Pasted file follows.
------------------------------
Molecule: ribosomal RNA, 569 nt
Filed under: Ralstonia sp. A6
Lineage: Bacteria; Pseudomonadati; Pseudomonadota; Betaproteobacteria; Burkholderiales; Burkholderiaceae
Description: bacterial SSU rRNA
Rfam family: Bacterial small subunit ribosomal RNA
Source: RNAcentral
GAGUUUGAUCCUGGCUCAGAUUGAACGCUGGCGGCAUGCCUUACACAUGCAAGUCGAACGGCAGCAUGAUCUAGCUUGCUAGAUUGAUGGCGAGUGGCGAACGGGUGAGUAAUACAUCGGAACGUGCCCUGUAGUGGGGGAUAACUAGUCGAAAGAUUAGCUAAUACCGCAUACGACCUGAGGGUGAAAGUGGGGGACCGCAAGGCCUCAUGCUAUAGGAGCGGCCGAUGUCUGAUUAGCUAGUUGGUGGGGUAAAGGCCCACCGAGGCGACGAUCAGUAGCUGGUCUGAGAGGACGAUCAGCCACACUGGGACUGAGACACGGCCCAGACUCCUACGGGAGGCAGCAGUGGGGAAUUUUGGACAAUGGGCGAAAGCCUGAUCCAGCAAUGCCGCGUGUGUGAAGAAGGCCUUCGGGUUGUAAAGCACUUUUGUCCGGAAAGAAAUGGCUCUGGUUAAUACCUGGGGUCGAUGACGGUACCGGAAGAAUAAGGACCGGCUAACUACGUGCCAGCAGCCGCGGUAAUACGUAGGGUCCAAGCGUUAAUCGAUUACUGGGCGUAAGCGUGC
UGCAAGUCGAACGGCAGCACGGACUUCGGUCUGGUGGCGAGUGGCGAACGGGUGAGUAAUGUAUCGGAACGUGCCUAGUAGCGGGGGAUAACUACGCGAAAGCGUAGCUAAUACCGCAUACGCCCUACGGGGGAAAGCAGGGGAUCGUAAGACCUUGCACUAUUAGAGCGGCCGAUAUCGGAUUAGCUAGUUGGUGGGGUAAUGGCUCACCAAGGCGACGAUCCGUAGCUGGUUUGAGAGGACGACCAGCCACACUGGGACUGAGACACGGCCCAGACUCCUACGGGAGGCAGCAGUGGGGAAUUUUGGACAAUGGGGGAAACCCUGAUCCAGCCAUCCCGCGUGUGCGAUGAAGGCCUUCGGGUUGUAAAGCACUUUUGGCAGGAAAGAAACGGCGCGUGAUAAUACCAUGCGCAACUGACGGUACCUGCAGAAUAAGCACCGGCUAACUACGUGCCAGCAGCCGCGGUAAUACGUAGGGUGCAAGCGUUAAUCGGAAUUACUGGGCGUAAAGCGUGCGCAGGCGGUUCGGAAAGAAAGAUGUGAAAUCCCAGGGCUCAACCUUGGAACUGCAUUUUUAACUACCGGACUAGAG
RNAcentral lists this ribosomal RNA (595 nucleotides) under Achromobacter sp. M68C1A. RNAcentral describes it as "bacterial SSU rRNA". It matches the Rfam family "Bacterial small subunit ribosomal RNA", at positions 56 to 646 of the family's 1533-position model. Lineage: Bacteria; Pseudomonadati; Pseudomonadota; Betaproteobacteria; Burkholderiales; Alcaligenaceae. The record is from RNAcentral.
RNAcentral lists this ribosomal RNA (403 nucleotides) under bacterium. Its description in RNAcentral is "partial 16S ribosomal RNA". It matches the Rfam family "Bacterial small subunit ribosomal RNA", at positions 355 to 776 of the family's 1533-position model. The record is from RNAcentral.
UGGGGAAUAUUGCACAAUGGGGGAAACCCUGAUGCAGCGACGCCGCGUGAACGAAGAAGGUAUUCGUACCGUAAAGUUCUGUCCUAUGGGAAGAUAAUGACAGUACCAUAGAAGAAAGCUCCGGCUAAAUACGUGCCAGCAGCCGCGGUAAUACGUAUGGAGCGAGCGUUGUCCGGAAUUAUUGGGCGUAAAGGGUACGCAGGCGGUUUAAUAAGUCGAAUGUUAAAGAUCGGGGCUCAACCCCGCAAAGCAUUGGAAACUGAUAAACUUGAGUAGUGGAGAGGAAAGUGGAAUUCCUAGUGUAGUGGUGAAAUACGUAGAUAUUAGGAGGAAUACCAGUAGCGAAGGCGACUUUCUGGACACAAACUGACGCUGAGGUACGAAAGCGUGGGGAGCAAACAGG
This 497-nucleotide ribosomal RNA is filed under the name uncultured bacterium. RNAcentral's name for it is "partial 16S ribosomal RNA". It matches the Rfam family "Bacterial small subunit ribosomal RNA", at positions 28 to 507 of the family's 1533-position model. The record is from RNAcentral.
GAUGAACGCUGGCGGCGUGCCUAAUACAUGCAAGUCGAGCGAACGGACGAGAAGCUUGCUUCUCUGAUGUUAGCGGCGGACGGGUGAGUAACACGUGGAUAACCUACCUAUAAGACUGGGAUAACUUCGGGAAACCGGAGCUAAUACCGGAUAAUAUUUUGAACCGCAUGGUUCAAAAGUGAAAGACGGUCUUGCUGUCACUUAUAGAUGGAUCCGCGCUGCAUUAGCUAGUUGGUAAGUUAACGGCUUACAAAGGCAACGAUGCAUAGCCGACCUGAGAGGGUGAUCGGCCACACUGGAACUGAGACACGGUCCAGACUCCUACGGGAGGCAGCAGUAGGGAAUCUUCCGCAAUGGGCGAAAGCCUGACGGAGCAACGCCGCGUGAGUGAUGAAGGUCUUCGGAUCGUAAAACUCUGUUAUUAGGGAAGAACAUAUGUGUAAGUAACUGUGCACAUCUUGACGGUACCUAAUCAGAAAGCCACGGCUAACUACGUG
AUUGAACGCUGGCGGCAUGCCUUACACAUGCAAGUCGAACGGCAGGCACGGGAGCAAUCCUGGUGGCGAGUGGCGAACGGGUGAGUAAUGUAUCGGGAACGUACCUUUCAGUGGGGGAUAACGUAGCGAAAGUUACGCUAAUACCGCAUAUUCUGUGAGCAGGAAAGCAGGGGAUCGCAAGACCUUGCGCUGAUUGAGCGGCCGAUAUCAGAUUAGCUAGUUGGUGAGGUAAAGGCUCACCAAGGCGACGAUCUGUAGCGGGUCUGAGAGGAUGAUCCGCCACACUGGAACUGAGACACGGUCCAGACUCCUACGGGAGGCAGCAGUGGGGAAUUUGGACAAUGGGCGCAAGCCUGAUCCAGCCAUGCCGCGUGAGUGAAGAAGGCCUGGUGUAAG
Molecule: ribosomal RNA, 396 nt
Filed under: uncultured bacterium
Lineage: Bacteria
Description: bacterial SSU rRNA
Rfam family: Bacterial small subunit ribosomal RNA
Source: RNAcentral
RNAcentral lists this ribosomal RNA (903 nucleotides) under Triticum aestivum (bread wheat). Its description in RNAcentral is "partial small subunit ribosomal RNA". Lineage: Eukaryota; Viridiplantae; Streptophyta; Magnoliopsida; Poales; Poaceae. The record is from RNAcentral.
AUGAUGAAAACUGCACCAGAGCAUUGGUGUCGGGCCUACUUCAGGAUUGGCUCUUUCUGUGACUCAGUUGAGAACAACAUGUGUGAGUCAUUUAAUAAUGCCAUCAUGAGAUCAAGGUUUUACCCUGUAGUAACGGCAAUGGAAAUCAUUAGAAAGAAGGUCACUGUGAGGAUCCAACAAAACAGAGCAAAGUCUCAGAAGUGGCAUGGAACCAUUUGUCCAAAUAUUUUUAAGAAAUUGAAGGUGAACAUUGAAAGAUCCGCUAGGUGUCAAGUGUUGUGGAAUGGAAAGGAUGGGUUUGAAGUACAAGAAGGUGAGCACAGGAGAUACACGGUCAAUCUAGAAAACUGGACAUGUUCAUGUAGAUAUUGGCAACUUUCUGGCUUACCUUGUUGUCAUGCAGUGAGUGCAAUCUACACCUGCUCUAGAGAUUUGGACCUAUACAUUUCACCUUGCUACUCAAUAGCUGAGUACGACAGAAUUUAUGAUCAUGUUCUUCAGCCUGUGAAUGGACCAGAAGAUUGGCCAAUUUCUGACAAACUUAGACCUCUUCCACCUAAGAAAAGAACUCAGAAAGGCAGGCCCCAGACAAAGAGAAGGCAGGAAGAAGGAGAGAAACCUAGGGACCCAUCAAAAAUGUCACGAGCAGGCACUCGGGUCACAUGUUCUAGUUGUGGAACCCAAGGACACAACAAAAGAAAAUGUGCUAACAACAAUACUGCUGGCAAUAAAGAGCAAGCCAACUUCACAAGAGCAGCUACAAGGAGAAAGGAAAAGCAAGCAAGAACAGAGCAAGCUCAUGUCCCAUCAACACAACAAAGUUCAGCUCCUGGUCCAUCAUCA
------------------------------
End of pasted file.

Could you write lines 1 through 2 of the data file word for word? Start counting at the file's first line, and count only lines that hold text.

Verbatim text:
Molecule: ribosomal RNA, 569 nt
Filed under: Ralstonia sp. A6